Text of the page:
September 11, 2011 & Interoperable Communications – 10 years later

Deltek Analyst Evan Halperin reports.

This Sunday is the tenth anniversary of the September 11, 2011 attacks – the most destructive and devastating terrorist attacks on American soil in the country’s history. In the days leading up to the anniversary, many Americans around the world can think back to that day and remember exactly where they were, what they were doing, and what happened in the days that followed. The significance of those planes crashing into New York City’s World Trade Center, the Pentagon outside of Washington, D.C., and Somerset County, Pa. is complex and led to the United States’ war on terror. In addition to a dramatic shift in American policy, the terrorist attacks of 9/11 were the first signals to United States law enforcement and first responders that additional coordination was needed within the realm of interoperable communications. More analysis and insight into interoperable communications since 9/11 can be found in an Analyst Perspective.

In looking at the progress of state and local agencies with regard to the FCC narrowbanding mandate, it is clear that the time and money available will not be sufficient. The FCC mandate was actually unfunded and has left many financially-struggling agencies in need of an extension to meet the deadline. While some areas have started to move forward with plans, the lack of funding may derail the plans for expanded networks or new handheld radios capable of handling the new frequencies. While localities work hard to meet the deadline, does the recommendation by the 9/11 co-chairs for the usage of the D-block alter or even undermine the current work being done? As stated in the initial report, the anniversary report and statement from DHS and the FCC, it is crucial that state and local agencies move to a common band and spectrum for communications. Since the efforts for D-Block legislation have stalled and remain stagnant, it might be too soon to worry about such concerns.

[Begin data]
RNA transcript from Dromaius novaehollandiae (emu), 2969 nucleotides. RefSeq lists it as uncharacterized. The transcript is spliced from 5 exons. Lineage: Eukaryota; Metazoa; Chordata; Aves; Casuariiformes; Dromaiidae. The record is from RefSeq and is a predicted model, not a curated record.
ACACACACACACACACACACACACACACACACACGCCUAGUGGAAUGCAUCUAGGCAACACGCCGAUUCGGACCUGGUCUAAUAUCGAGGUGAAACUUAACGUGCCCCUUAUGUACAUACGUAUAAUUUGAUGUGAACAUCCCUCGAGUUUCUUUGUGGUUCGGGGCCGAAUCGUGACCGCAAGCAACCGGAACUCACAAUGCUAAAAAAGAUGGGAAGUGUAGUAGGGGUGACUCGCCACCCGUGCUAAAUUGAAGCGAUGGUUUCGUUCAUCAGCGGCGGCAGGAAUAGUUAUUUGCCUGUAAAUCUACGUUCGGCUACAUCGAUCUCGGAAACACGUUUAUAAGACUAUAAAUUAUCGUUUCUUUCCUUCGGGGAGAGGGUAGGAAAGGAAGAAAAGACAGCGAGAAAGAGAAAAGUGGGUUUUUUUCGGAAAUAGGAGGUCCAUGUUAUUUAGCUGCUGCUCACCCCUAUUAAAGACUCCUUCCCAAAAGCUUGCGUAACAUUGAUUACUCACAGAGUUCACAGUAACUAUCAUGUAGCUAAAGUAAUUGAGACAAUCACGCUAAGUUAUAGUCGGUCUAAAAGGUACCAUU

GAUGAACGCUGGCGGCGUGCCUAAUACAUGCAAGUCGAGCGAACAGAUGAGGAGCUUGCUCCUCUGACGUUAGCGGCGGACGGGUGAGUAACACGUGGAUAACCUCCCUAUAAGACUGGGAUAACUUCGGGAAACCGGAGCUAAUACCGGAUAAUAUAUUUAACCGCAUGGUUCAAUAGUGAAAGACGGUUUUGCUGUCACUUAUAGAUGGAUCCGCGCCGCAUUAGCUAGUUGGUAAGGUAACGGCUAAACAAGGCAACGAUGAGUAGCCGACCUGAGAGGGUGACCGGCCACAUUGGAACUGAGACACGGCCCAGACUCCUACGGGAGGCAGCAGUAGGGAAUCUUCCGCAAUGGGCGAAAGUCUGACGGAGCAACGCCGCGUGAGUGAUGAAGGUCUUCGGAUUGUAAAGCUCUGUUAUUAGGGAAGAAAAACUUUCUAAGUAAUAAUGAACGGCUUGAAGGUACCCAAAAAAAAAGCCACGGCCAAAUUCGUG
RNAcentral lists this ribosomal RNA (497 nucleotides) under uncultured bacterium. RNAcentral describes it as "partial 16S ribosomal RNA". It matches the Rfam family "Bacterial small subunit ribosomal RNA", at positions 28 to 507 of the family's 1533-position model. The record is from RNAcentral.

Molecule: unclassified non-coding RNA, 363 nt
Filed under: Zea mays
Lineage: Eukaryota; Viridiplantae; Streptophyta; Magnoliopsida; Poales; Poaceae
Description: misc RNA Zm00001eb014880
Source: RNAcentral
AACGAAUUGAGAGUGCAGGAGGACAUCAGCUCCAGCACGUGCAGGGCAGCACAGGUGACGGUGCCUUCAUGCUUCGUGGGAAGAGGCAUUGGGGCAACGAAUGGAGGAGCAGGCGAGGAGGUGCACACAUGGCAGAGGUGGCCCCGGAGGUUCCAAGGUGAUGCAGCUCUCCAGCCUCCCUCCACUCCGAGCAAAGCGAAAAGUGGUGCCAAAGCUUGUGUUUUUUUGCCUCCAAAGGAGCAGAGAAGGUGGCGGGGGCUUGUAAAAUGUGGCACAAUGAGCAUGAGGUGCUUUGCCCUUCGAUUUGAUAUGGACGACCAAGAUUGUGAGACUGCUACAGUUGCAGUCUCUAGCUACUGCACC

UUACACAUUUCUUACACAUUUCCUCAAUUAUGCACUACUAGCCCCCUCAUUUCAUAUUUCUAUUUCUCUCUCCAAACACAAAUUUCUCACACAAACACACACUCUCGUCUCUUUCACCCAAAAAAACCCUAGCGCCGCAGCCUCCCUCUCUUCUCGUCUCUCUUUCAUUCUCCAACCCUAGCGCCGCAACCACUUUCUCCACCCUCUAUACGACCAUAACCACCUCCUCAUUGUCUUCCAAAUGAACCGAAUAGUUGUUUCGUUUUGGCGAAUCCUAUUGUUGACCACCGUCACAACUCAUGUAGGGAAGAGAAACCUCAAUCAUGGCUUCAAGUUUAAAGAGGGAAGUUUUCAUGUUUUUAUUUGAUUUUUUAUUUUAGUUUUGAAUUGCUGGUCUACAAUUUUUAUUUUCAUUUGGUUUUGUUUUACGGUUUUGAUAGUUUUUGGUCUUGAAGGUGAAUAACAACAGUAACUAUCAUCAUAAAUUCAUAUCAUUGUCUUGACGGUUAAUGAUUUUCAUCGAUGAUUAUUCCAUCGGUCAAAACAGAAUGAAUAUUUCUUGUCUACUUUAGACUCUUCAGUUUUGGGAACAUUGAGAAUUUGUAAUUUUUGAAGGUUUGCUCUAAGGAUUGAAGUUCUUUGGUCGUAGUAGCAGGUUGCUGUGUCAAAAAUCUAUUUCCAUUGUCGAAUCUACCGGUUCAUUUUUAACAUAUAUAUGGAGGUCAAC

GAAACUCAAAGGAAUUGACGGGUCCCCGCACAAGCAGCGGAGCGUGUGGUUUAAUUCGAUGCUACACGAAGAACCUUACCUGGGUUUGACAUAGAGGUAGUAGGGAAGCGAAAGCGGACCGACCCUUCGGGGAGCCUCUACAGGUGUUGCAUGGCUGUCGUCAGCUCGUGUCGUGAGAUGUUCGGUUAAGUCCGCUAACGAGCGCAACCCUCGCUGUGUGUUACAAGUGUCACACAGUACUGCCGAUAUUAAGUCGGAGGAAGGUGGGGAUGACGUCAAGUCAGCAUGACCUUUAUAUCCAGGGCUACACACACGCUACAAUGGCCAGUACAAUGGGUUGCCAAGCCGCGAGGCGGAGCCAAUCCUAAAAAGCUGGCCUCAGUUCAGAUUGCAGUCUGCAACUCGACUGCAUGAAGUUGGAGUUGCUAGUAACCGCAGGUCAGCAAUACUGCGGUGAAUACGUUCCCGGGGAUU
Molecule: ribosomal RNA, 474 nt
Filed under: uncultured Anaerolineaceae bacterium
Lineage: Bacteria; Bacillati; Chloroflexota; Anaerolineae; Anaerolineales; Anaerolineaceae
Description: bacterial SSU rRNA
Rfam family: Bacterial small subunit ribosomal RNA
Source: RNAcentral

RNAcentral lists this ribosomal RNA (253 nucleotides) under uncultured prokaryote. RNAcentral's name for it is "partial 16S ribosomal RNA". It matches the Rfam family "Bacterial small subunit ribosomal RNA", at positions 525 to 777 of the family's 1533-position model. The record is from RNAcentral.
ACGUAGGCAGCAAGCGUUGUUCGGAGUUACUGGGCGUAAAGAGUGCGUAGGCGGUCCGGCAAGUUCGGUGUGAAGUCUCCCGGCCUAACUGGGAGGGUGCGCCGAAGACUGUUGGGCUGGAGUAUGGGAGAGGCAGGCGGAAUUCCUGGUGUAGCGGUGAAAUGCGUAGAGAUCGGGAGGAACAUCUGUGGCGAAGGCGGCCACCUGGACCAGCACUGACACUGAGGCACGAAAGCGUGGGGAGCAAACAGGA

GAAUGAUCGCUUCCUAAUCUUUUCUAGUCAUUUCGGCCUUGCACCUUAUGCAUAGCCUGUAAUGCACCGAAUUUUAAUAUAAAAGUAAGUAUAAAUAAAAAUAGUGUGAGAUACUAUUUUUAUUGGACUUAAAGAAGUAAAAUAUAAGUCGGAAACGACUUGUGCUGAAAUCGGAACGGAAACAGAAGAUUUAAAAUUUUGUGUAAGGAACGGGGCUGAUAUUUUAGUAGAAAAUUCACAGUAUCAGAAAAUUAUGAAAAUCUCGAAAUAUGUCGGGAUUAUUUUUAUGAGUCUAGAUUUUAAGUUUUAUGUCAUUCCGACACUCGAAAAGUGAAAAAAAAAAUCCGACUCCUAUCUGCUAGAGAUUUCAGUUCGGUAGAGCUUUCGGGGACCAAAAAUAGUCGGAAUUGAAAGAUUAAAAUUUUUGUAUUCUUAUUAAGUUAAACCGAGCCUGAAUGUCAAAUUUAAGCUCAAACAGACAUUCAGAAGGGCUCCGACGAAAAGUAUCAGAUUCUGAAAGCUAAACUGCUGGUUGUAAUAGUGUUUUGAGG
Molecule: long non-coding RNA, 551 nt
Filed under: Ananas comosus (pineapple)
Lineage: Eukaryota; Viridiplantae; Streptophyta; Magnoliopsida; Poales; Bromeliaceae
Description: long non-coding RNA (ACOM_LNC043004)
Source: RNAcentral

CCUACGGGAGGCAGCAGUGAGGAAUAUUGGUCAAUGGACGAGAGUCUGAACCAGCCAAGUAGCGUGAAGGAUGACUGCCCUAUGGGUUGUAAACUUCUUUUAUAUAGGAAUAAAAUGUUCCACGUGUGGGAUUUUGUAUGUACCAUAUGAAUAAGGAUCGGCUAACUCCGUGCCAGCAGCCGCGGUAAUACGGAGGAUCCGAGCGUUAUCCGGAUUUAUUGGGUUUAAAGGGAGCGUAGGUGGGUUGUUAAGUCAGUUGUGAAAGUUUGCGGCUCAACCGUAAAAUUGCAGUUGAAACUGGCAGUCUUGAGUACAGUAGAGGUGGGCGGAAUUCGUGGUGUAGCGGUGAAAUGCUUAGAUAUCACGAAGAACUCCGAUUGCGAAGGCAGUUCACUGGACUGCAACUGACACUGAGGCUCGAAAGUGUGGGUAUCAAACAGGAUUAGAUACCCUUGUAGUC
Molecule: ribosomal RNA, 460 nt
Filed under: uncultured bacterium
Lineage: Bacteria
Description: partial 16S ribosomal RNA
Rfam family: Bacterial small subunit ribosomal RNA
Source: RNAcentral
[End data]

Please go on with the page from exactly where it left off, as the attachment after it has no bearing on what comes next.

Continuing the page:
For the complete blog, go here.

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